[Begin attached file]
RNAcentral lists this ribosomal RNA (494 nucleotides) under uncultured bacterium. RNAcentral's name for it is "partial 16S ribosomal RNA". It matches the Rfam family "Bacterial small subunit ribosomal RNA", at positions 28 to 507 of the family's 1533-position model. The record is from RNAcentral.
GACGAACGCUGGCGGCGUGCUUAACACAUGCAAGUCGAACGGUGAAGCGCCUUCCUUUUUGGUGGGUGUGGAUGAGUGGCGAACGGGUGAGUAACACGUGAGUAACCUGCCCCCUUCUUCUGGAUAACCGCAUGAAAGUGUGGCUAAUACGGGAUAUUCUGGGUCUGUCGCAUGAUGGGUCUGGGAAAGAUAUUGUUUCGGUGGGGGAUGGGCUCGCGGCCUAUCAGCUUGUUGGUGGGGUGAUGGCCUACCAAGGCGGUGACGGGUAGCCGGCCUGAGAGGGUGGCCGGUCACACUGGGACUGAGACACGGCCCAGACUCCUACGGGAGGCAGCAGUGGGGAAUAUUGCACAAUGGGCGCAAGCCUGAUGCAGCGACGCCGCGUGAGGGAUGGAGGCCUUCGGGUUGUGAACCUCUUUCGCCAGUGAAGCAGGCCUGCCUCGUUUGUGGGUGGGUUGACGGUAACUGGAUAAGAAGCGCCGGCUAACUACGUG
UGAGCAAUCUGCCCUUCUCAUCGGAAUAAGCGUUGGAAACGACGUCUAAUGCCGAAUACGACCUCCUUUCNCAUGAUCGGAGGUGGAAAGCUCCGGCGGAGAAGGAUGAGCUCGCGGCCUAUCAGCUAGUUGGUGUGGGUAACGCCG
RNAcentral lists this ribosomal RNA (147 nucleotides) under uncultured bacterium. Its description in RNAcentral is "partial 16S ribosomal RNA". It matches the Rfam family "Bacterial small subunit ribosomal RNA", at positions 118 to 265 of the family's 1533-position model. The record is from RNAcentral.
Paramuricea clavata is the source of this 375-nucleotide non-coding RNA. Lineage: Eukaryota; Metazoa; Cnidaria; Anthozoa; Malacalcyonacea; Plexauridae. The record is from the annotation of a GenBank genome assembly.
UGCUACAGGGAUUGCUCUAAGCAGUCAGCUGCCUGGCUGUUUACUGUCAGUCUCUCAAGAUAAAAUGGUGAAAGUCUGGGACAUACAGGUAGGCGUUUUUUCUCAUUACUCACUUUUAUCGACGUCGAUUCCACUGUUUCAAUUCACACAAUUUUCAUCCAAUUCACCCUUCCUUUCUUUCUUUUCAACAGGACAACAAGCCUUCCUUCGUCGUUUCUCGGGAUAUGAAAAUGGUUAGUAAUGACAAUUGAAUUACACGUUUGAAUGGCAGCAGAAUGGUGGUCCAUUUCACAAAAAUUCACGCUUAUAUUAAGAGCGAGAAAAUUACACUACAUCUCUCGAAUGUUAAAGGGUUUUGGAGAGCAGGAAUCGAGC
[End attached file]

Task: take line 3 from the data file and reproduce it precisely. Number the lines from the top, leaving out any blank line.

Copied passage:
UGAGCAAUCUGCCCUUCUCAUCGGAAUAAGCGUUGGAAACGACGUCUAAUGCCGAAUACGACCUCCUUUCNCAUGAUCGGAGGUGGAAAGCUCCGGCGGAGAAGGAUGAGCUCGCGGCCUAUCAGCUAGUUGGUGUGGGUAACGCCG